If the world is witnessing a new strategic competition between the world’s democracies and resurgent authoritarians, the latter are demonstrably more resolute, strategic and coordinated, according to a leading analyst.
If the 20th century was the story of liberal democracy’s progress toward victory over other ideologies—communism, fascism, virulent nationalism—the 21st century is, so far, a story of the reverse, Anne Applebaum writes in the Atlantic’s December cover story. America does still spend money on projects that might loosely be called “democracy assistance,” but the amounts are very low compared with what the authoritarian world is prepared to put up.
The National Endowment for Democracy (NED), a unique institution that has an independent board (of which I am a member), received $300 million of congressional funding in 2020 to support civic organizations, non-state media, and educational projects in about 100 autocracies and weak democracies around the world. Our efforts are even smaller than they look, because traditional media are only a part of how modern autocracies promote themselves, she adds:
We don’t yet have a real answer to China’s Belt and Road Initiative, which offers infrastructure deals to countries around the globe, often enabling local leaders to skim kickbacks and garnering positive China-subsidized media coverage in return. We don’t have the equivalent of a United Front, or any other strategy for shaping debate within and about China. We don’t run online influence campaigns inside Russia. We don’t have an answer to the disinformation, injected by troll farms abroad, that circulates on Facebook inside the U.S., let alone a plan for countering the disinformation that circulates inside autocracies.
Democracy v autocracy will be one of the coming year’s ten trends to watch, a rivalry that will play out in everything from trade to tech regulation, vaccinations to space stations, according to the Economist’s preview of The World In 2022.
For many human rights NGOs, media groups, and democracy movements, NED and its core affiliates are their only source of financial support, notes Stanford’s Michael McFaul.*
But today’s challenge of rising autocracy requires new players, innovative strategies, and more resources: (1) strengthening the “ideas” part of democratic assistance, rather than continuing to treat democratic development as an engineering problem; and (2) dramatically deepening the networks that connect small-d democrats around the world, he writes for American Purpose:
That is why, on the fortieth anniversary of Reagan’s Westminster speech, Biden and other democratic leaders should use their second democracy summit next year to launch the International Platform for Freedom. NED could be one of the incubators of this platform or the core organization or secretariat for IPF, or the U.S. Agency for International Development (USAID) could play the latter role. Preferably, however, an independent, international NGO affiliated with NED, USAID, and other non-American democracy-supporting organizations would serve this function.
The 21st century may prove to be both an era of geopolitical competition and an age of intervulnerability, however paradoxical that may seem, in which the two dynamics feed off each other in positive and negative ways, adds analyst Uri Friedman.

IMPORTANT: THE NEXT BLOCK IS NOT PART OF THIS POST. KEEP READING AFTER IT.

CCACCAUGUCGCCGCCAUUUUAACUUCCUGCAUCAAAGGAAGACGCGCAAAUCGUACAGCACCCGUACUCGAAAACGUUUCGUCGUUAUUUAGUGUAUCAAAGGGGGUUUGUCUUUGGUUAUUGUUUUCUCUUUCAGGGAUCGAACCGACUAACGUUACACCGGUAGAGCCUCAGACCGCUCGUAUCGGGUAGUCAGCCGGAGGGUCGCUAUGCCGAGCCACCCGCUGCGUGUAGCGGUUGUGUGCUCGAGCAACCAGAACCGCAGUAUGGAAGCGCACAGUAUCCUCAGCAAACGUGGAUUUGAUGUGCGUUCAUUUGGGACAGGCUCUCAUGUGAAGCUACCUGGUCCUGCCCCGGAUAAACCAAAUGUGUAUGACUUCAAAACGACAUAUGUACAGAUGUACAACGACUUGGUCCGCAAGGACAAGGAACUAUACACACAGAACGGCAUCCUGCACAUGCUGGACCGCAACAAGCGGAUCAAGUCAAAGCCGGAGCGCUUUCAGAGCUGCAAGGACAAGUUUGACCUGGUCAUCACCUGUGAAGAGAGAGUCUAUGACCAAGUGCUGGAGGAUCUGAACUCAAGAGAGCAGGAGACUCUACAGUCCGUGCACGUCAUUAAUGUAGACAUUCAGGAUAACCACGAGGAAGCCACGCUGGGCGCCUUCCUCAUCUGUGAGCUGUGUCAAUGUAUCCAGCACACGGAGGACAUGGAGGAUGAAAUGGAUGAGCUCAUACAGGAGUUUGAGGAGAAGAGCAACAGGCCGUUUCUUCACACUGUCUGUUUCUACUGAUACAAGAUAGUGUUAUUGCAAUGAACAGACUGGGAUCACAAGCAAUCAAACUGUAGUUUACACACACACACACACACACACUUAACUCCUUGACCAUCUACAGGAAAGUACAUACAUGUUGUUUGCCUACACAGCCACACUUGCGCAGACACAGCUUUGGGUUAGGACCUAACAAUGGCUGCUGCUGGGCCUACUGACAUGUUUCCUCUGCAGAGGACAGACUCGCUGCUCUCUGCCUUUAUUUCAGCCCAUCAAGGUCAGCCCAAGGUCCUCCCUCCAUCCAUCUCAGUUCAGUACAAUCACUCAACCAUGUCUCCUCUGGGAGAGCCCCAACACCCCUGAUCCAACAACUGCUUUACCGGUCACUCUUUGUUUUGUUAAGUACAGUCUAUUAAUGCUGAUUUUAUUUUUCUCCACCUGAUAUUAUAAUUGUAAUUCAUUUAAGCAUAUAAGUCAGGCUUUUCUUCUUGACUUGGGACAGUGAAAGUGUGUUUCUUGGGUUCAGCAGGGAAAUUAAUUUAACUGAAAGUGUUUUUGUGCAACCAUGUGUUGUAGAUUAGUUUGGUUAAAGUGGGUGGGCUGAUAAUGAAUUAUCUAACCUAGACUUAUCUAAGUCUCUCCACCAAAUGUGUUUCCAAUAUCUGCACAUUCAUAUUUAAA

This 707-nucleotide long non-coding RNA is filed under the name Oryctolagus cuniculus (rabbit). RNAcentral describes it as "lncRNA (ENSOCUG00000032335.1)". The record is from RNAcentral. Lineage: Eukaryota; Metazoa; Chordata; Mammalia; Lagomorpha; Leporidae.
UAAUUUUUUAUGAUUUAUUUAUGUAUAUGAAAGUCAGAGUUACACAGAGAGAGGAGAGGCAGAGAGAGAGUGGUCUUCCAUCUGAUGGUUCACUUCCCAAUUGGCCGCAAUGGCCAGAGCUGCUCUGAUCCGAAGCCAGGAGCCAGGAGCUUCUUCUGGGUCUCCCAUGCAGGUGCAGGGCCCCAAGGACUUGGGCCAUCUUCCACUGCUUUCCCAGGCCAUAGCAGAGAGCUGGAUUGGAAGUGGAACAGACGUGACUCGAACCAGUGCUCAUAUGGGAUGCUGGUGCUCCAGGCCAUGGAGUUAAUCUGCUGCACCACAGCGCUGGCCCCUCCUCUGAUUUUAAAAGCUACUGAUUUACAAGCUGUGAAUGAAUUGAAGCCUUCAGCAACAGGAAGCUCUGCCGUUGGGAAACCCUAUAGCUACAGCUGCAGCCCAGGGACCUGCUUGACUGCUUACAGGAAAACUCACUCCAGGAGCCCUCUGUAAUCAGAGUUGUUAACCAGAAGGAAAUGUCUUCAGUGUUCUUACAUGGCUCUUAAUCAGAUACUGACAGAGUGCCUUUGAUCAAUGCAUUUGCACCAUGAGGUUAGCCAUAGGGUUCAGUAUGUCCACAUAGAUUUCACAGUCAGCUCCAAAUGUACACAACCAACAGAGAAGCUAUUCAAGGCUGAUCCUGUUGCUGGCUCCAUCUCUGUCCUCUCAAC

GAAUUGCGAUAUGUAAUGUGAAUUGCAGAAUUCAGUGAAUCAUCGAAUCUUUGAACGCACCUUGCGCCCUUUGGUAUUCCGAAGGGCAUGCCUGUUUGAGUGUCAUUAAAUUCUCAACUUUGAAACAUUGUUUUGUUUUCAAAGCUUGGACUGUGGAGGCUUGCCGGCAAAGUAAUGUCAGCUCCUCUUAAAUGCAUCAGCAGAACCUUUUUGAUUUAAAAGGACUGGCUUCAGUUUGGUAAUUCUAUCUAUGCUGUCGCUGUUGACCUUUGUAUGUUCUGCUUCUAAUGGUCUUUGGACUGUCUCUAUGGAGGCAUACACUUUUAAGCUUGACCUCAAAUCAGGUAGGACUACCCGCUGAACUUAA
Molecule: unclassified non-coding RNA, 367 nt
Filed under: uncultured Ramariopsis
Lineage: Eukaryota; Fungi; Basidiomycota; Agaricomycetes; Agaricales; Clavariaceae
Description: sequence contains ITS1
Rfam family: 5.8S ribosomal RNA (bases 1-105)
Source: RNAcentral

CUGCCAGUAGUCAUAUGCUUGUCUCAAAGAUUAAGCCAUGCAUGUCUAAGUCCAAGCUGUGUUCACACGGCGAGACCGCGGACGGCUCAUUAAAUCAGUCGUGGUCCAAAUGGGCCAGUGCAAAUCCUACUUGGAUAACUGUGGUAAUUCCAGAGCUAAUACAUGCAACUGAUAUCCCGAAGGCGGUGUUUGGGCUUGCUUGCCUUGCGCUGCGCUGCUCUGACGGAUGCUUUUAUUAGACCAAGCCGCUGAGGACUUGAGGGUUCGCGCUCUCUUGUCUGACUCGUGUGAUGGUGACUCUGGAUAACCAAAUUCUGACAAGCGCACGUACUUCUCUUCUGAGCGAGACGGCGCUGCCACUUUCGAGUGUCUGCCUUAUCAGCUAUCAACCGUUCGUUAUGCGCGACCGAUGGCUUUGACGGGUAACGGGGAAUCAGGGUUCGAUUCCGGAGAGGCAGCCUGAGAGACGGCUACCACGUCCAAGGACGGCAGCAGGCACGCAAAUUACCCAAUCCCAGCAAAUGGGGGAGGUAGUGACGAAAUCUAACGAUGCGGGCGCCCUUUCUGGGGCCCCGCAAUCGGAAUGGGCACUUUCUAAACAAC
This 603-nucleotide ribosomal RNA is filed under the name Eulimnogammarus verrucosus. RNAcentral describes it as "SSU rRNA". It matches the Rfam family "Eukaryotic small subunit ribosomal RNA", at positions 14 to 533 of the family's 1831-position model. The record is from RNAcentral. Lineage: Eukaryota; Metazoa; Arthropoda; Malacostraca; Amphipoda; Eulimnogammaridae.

Beyond U.S. borders, the contest between democracy and autocracy should be an open competition to see which governments can deliver more — materially, intellectually, spiritual and all the other ways we measure human flourishing — for their people, New America CEO Anne-Marie Slaughter writes for the Times.
The Biden administration’s Summit for Democracy has the potential to revitalize the fight for freedom worldwide, but only if it generates specific, concrete goals rather than bland policy statements, according to Richard Fontaine, CEO of the Center for a New American Security, and Jared Cohen, founder and CEO of Jigsaw at Alphabet Inc. and an adjunct senior fellow at the Council on Foreign Relations.
Statements made at a diplomatic summit won’t achieve much if politicians, citizens, and businesses don’t act as if they matter, adds Applebaum, a fellow at the SNF Agora Institute at Johns Hopkins University, and the author of Twilight of Democracy: The Seductive Lure of Authoritarianism.
The same is true of the fight for human rights. Statements made at a diplomatic summit won’t achieve much if politicians, citizens, and businesses don’t act as if they matter. We need a major investment in independent media around the world, a strategy for reaching people inside autocracies, new international institutions to replace the defunct human-rights bodies at the UN. We need a way to coordinate democratic nations’ response when autocracies commit crimes outside their borders—whether that’s the Russian state murdering people in Berlin or Salisbury, England; the Belarusian dictator hijacking a commercial flight; or Chinese operatives harassing exiles in Washington, D.C. As of now, we have no transnational strategy designed to confront this transnational problem.
Nature abhors a vacuum, and so does geopolitics. If America removes the promotion of democracy from its foreign policy, if America ceases to interest itself in the fate of other democracies and democratic movements, then autocracies will quickly take our place as sources of influence, funding, and ideas, Applebaum concludes. RTWT
Don’t miss this timely discussion c/o fmr @ThinkDemocracy fellow & @NEDemocracy Lipset lecturer @MungiuPippidi.
Are the US and the EU Parting Ways on Democracy Promotion? Join ERCAS #Democracy Series’ third debate with Thomas Carothers and @YoungsRichard, moderated by Alina Mungiu-Pippidi. Wed, Nov 17 | 7pm – 8pm CET | on Zoom. Register: https://t.co/klhAgjcmdm pic.twitter.com/232Bf2Ask7
— Alina Mungiu-Pippidi (@MungiuPippidi) November 16, 2021